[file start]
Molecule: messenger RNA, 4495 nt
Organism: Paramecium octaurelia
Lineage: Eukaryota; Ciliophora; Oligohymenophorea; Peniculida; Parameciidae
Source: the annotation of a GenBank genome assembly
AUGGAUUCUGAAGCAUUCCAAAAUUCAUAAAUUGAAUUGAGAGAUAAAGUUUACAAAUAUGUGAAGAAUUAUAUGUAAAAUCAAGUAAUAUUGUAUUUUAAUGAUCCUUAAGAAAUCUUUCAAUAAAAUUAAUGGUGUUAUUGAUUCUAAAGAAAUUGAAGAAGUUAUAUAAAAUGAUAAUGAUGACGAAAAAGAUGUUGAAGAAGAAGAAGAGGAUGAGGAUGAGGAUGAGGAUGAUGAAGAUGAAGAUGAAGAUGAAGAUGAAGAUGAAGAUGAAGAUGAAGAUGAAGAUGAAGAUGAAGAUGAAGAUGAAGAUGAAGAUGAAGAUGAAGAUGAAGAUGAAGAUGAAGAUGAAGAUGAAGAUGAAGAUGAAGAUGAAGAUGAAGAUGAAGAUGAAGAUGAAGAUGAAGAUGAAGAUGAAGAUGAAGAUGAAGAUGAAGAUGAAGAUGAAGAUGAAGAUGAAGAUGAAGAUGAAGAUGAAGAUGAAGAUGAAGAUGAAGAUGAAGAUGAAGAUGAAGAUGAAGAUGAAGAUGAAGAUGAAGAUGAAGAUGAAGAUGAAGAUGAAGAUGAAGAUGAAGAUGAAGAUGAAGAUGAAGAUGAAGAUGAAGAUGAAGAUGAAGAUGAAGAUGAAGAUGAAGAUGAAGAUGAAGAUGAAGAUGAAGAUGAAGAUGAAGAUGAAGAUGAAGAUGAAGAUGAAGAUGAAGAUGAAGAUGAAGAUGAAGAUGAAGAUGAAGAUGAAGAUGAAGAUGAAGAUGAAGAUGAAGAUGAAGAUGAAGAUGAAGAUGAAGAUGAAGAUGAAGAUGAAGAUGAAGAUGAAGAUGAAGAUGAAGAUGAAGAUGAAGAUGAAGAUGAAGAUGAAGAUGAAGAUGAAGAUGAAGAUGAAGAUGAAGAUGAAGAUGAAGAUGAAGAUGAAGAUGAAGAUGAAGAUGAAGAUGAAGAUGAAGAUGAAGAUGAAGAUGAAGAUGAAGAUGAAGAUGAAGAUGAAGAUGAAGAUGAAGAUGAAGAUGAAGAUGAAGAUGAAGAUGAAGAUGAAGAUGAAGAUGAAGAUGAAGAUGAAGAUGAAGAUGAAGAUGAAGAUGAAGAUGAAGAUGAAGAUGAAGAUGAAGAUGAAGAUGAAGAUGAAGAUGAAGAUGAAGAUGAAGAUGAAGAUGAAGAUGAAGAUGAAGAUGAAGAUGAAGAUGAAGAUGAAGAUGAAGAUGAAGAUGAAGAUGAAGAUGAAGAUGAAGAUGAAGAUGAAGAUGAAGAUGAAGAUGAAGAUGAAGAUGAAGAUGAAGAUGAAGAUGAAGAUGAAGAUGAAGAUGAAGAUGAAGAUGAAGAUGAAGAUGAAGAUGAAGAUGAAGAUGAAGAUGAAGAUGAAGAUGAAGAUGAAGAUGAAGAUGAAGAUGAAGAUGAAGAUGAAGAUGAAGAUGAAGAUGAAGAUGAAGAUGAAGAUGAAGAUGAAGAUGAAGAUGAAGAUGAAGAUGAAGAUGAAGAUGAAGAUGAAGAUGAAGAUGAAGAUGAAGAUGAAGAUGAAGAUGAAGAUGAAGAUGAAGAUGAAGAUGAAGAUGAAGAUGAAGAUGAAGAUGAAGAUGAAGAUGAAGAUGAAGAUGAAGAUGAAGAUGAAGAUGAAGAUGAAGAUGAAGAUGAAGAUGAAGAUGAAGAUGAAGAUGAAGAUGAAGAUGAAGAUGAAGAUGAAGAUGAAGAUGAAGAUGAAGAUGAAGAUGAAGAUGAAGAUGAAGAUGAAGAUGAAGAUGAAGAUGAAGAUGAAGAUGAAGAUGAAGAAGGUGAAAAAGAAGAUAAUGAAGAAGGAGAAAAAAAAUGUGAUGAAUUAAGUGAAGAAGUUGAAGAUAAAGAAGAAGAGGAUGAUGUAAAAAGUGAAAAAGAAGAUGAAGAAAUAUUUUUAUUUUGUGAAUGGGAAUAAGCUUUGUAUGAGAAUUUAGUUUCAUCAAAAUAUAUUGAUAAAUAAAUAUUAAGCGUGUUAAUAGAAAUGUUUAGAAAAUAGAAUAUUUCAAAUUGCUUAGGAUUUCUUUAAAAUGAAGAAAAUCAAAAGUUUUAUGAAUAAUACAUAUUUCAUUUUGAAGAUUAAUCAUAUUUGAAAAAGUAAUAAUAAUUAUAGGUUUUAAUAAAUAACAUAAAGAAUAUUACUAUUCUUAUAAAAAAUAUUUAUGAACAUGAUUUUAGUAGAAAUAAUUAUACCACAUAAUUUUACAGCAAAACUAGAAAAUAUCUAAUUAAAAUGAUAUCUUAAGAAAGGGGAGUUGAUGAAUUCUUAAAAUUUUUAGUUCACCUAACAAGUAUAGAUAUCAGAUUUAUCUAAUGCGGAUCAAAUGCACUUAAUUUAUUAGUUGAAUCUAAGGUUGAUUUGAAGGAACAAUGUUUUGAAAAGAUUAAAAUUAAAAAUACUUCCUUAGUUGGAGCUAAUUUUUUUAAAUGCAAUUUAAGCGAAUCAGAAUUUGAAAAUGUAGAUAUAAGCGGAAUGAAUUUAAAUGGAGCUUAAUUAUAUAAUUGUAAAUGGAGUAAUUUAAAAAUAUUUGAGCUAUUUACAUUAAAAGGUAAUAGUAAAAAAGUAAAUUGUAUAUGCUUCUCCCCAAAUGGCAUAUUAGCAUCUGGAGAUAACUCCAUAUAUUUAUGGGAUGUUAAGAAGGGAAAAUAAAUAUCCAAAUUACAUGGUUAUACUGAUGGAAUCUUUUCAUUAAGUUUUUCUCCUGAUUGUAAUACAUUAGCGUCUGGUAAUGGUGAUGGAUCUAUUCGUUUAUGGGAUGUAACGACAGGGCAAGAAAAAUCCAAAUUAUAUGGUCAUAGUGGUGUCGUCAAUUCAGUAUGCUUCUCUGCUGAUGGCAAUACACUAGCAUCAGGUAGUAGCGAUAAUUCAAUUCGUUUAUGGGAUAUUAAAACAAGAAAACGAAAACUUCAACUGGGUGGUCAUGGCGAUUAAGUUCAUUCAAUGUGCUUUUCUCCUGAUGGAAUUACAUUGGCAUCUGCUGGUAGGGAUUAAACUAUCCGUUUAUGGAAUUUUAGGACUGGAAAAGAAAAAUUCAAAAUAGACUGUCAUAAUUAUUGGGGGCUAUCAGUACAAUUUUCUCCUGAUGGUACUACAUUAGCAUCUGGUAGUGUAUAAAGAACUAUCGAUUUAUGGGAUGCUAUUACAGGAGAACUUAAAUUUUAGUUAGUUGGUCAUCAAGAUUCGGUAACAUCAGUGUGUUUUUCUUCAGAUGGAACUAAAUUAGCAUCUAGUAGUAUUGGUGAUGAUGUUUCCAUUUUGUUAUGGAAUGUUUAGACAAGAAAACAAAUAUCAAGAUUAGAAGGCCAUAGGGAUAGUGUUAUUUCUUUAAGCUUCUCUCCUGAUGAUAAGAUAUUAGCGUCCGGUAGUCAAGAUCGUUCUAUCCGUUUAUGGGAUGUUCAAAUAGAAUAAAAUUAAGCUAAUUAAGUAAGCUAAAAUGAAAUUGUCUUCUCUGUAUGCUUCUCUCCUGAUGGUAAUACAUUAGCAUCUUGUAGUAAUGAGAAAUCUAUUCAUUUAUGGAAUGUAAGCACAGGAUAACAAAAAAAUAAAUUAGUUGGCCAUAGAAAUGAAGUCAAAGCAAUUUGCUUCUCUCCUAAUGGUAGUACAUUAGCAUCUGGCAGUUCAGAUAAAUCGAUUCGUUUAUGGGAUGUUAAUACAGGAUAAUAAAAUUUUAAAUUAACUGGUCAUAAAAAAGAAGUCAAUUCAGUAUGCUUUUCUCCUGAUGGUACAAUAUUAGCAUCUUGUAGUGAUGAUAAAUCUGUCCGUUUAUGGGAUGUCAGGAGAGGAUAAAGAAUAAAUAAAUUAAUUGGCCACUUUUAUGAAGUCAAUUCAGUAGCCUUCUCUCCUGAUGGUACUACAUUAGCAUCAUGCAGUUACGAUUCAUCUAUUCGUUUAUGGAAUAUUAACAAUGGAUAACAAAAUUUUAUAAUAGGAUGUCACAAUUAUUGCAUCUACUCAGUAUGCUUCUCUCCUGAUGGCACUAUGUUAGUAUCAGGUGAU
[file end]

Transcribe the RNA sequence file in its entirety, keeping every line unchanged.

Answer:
Molecule: messenger RNA, 4495 nt
Organism: Paramecium octaurelia
Lineage: Eukaryota; Ciliophora; Oligohymenophorea; Peniculida; Parameciidae
Source: the annotation of a GenBank genome assembly
AUGGAUUCUGAAGCAUUCCAAAAUUCAUAAAUUGAAUUGAGAGAUAAAGUUUACAAAUAUGUGAAGAAUUAUAUGUAAAAUCAAGUAAUAUUGUAUUUUAAUGAUCCUUAAGAAAUCUUUCAAUAAAAUUAAUGGUGUUAUUGAUUCUAAAGAAAUUGAAGAAGUUAUAUAAAAUGAUAAUGAUGACGAAAAAGAUGUUGAAGAAGAAGAAGAGGAUGAGGAUGAGGAUGAGGAUGAUGAAGAUGAAGAUGAAGAUGAAGAUGAAGAUGAAGAUGAAGAUGAAGAUGAAGAUGAAGAUGAAGAUGAAGAUGAAGAUGAAGAUGAAGAUGAAGAUGAAGAUGAAGAUGAAGAUGAAGAUGAAGAUGAAGAUGAAGAUGAAGAUGAAGAUGAAGAUGAAGAUGAAGAUGAAGAUGAAGAUGAAGAUGAAGAUGAAGAUGAAGAUGAAGAUGAAGAUGAAGAUGAAGAUGAAGAUGAAGAUGAAGAUGAAGAUGAAGAUGAAGAUGAAGAUGAAGAUGAAGAUGAAGAUGAAGAUGAAGAUGAAGAUGAAGAUGAAGAUGAAGAUGAAGAUGAAGAUGAAGAUGAAGAUGAAGAUGAAGAUGAAGAUGAAGAUGAAGAUGAAGAUGAAGAUGAAGAUGAAGAUGAAGAUGAAGAUGAAGAUGAAGAUGAAGAUGAAGAUGAAGAUGAAGAUGAAGAUGAAGAUGAAGAUGAAGAUGAAGAUGAAGAUGAAGAUGAAGAUGAAGAUGAAGAUGAAGAUGAAGAUGAAGAUGAAGAUGAAGAUGAAGAUGAAGAUGAAGAUGAAGAUGAAGAUGAAGAUGAAGAUGAAGAUGAAGAUGAAGAUGAAGAUGAAGAUGAAGAUGAAGAUGAAGAUGAAGAUGAAGAUGAAGAUGAAGAUGAAGAUGAAGAUGAAGAUGAAGAUGAAGAUGAAGAUGAAGAUGAAGAUGAAGAUGAAGAUGAAGAUGAAGAUGAAGAUGAAGAUGAAGAUGAAGAUGAAGAUGAAGAUGAAGAUGAAGAUGAAGAUGAAGAUGAAGAUGAAGAUGAAGAUGAAGAUGAAGAUGAAGAUGAAGAUGAAGAUGAAGAUGAAGAUGAAGAUGAAGAUGAAGAUGAAGAUGAAGAUGAAGAUGAAGAUGAAGAUGAAGAUGAAGAUGAAGAUGAAGAUGAAGAUGAAGAUGAAGAUGAAGAUGAAGAUGAAGAUGAAGAUGAAGAUGAAGAUGAAGAUGAAGAUGAAGAUGAAGAUGAAGAUGAAGAUGAAGAUGAAGAUGAAGAUGAAGAUGAAGAUGAAGAUGAAGAUGAAGAUGAAGAUGAAGAUGAAGAUGAAGAUGAAGAUGAAGAUGAAGAUGAAGAUGAAGAUGAAGAUGAAGAUGAAGAUGAAGAUGAAGAUGAAGAUGAAGAUGAAGAUGAAGAUGAAGAUGAAGAUGAAGAUGAAGAUGAAGAUGAAGAUGAAGAUGAAGAUGAAGAUGAAGAUGAAGAUGAAGAUGAAGAUGAAGAUGAAGAUGAAGAUGAAGAUGAAGAUGAAGAUGAAGAUGAAGAUGAAGAUGAAGAUGAAGAUGAAGAUGAAGAUGAAGAUGAAGAUGAAGAUGAAGAUGAAGAUGAAGAUGAAGAUGAAGAUGAAGAUGAAGAUGAAGAUGAAGAUGAAGAUGAAGAUGAAGAUGAAGAUGAAGAUGAAGAUGAAGAUGAAGAUGAAGAUGAAGAUGAAGAUGAAGAUGAAGAUGAAGAUGAAGAUGAAGAUGAAGAUGAAGAUGAAGAUGAAGAUGAAGAUGAAGAAGGUGAAAAAGAAGAUAAUGAAGAAGGAGAAAAAAAAUGUGAUGAAUUAAGUGAAGAAGUUGAAGAUAAAGAAGAAGAGGAUGAUGUAAAAAGUGAAAAAGAAGAUGAAGAAAUAUUUUUAUUUUGUGAAUGGGAAUAAGCUUUGUAUGAGAAUUUAGUUUCAUCAAAAUAUAUUGAUAAAUAAAUAUUAAGCGUGUUAAUAGAAAUGUUUAGAAAAUAGAAUAUUUCAAAUUGCUUAGGAUUUCUUUAAAAUGAAGAAAAUCAAAAGUUUUAUGAAUAAUACAUAUUUCAUUUUGAAGAUUAAUCAUAUUUGAAAAAGUAAUAAUAAUUAUAGGUUUUAAUAAAUAACAUAAAGAAUAUUACUAUUCUUAUAAAAAAUAUUUAUGAACAUGAUUUUAGUAGAAAUAAUUAUACCACAUAAUUUUACAGCAAAACUAGAAAAUAUCUAAUUAAAAUGAUAUCUUAAGAAAGGGGAGUUGAUGAAUUCUUAAAAUUUUUAGUUCACCUAACAAGUAUAGAUAUCAGAUUUAUCUAAUGCGGAUCAAAUGCACUUAAUUUAUUAGUUGAAUCUAAGGUUGAUUUGAAGGAACAAUGUUUUGAAAAGAUUAAAAUUAAAAAUACUUCCUUAGUUGGAGCUAAUUUUUUUAAAUGCAAUUUAAGCGAAUCAGAAUUUGAAAAUGUAGAUAUAAGCGGAAUGAAUUUAAAUGGAGCUUAAUUAUAUAAUUGUAAAUGGAGUAAUUUAAAAAUAUUUGAGCUAUUUACAUUAAAAGGUAAUAGUAAAAAAGUAAAUUGUAUAUGCUUCUCCCCAAAUGGCAUAUUAGCAUCUGGAGAUAACUCCAUAUAUUUAUGGGAUGUUAAGAAGGGAAAAUAAAUAUCCAAAUUACAUGGUUAUACUGAUGGAAUCUUUUCAUUAAGUUUUUCUCCUGAUUGUAAUACAUUAGCGUCUGGUAAUGGUGAUGGAUCUAUUCGUUUAUGGGAUGUAACGACAGGGCAAGAAAAAUCCAAAUUAUAUGGUCAUAGUGGUGUCGUCAAUUCAGUAUGCUUCUCUGCUGAUGGCAAUACACUAGCAUCAGGUAGUAGCGAUAAUUCAAUUCGUUUAUGGGAUAUUAAAACAAGAAAACGAAAACUUCAACUGGGUGGUCAUGGCGAUUAAGUUCAUUCAAUGUGCUUUUCUCCUGAUGGAAUUACAUUGGCAUCUGCUGGUAGGGAUUAAACUAUCCGUUUAUGGAAUUUUAGGACUGGAAAAGAAAAAUUCAAAAUAGACUGUCAUAAUUAUUGGGGGCUAUCAGUACAAUUUUCUCCUGAUGGUACUACAUUAGCAUCUGGUAGUGUAUAAAGAACUAUCGAUUUAUGGGAUGCUAUUACAGGAGAACUUAAAUUUUAGUUAGUUGGUCAUCAAGAUUCGGUAACAUCAGUGUGUUUUUCUUCAGAUGGAACUAAAUUAGCAUCUAGUAGUAUUGGUGAUGAUGUUUCCAUUUUGUUAUGGAAUGUUUAGACAAGAAAACAAAUAUCAAGAUUAGAAGGCCAUAGGGAUAGUGUUAUUUCUUUAAGCUUCUCUCCUGAUGAUAAGAUAUUAGCGUCCGGUAGUCAAGAUCGUUCUAUCCGUUUAUGGGAUGUUCAAAUAGAAUAAAAUUAAGCUAAUUAAGUAAGCUAAAAUGAAAUUGUCUUCUCUGUAUGCUUCUCUCCUGAUGGUAAUACAUUAGCAUCUUGUAGUAAUGAGAAAUCUAUUCAUUUAUGGAAUGUAAGCACAGGAUAACAAAAAAAUAAAUUAGUUGGCCAUAGAAAUGAAGUCAAAGCAAUUUGCUUCUCUCCUAAUGGUAGUACAUUAGCAUCUGGCAGUUCAGAUAAAUCGAUUCGUUUAUGGGAUGUUAAUACAGGAUAAUAAAAUUUUAAAUUAACUGGUCAUAAAAAAGAAGUCAAUUCAGUAUGCUUUUCUCCUGAUGGUACAAUAUUAGCAUCUUGUAGUGAUGAUAAAUCUGUCCGUUUAUGGGAUGUCAGGAGAGGAUAAAGAAUAAAUAAAUUAAUUGGCCACUUUUAUGAAGUCAAUUCAGUAGCCUUCUCUCCUGAUGGUACUACAUUAGCAUCAUGCAGUUACGAUUCAUCUAUUCGUUUAUGGAAUAUUAACAAUGGAUAACAAAAUUUUAUAAUAGGAUGUCACAAUUAUUGCAUCUACUCAGUAUGCUUCUCUCCUGAUGGCACUAUGUUAGUAUCAGGUGAU